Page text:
Richard Basehart as Admiral Harriman Nelson, USN(ret)

    In conferences with Charles Bennett regarding the script, loosely based on the motion picture, but on an obviously smaller scale, he commissioned production illustrator, Maurice Zuberano, to story-board the entire episode, some 1100 sketches. Allen was one of those producers who wanted every move in a film or TV show planned before the directing began and Zuberano had worked with him before on the film and that made the daunting task somewhat less intimidating.

    While all the pre-production planning was going on, Allen continued to search for his cast. Robert Sterling had played Captain Lee Crane, in the film, and was on Allen' list for the series, but he was not the first choice. His first choice was David Hedison, of Five Fingers on television and as reporter Ed Malone, in Allen' The Lost World. Hedison had turned down the role of Crane in the film, but now he was actively pursued by Irwin Allen for the TV series. Initially, Hedison said no to Irwin, for a variety of reasons, but Allen was not about to let that stop him from getting the perfect actor to play the part. "Hedison looks like the type of modern, thinking, fighting man that we have come to recognize through the brilliance of the image created by the Astronauts." Allen said and so he chased Hedison all the way to London, where he was filming an episode of The Saint, with friend Roger Moore. Moor encouraged the actor to take the part, and when Hedison found that Basehart had signed for the series, he agreed to do the pilot, and also signed a five year contract with Allen, pending the sale of the show to a network.

    David Hedison as Commander Lee Crane, Captain of the SSRN Seaview

    Allen was searching for an actor to play the Executive Officer, Lt. Cdr. Chip Morton, to Hedison's Captain Crane with little success, until Hedison himself offered the producer a suggestion. Hedison's across the street neighbor was Bob Dowdell, late of Stoney Burke, an ABC series. Hedison suggested that Allen watch some of the film from the series, as an audition, so to speak, and Irwin liked what he saw. Dowdell was hired to play Morton, contracted as were the two stars of the show, for five years.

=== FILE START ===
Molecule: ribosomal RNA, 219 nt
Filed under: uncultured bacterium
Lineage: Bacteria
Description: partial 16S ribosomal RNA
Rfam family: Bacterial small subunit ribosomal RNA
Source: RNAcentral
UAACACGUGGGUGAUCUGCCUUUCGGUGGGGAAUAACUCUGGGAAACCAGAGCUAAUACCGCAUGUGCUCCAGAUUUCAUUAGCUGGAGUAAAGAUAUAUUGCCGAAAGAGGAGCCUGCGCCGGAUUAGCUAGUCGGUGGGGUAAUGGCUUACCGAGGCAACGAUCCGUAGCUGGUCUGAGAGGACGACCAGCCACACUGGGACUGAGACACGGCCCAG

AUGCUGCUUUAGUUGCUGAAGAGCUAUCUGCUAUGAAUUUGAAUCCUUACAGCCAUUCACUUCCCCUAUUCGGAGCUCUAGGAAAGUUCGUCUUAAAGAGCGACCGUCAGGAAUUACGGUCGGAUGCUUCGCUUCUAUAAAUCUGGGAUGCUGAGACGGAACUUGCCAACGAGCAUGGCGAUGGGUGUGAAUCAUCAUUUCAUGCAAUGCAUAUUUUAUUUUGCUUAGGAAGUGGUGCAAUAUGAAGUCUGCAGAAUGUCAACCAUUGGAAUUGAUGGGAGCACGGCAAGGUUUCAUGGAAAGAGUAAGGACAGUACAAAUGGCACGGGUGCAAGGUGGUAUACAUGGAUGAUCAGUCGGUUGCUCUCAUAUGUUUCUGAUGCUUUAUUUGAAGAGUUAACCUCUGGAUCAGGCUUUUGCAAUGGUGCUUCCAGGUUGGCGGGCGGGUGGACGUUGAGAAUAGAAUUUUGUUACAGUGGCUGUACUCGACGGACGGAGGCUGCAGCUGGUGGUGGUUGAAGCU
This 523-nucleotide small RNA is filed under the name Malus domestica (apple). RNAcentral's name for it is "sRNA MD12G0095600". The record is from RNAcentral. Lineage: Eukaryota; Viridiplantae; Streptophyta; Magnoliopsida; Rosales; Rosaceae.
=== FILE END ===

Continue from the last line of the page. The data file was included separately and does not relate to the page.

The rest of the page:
Robert (Bob) Dowdell as Lt. Cdr. Chip Morton, Executive Officer, SSRN Seaview.

    After assembling the rest of his cast, including bringing both Mark Slade and Del Monroe to the pilot from the movie, shooting of "Eleven Days to Zero" commenced in the fall of 1963 with a tight shooting schedule, and timeline.

    Behind the scenes shooting "Eleven Days to Zero" with Irwin Allen, David Hedison, and in the foreground, side to camera, guest star Eddie Albert.

    Tragically, it was during the filming of the episode that President Kennedy was assassinated. Shooting on the pilot performance came to a halt, as the nation grappled with the aftermath.

    Because of the time lost, it was impossible for Allen to put together a proper Presentation Reel for the networks, so he did what he did best, cut and insert parts of his films to represent some of the places and things he intended to show and do with the series. With the support of Fox, and enough interest in the project, ABC TV took the series, and slated it to the 7:30-8:30 timeslot on Monday nights.

    According to the Production Memo for the second season, found in the UCLA files; "Voyage to the Bottom of the Sea is not science fiction in its accepted form, but actually an extension of science fact, thereby all the more exciting and thrilling because of the extreme plausibility of the men, their submarine and the situations the sub and crew encounter in their hour-long television voyage."

    As with any show, the pilot was made to sell the season and the advertising time to the sponsors. There were several things that changed, once the series was sold to the network. The story is that no one liked the initial music for the theme, so Paul Sawtell was hired to write the music, and what is now known as the 'classic' Voyage theme came into being.

    During the initial filming, Werner Klemperer played Dr. Gamma, but when there were scenes that needed to be reshot and changed, he was not available, so veteran actor Theo Marcuse was hired to fill in the necessary scenes, shot in shadow. Also added to the pilot for airing was the entrance of Captain Crane, to 'explain' how he came aboard, in contrast to the film, where he is 'there' as the movie begins.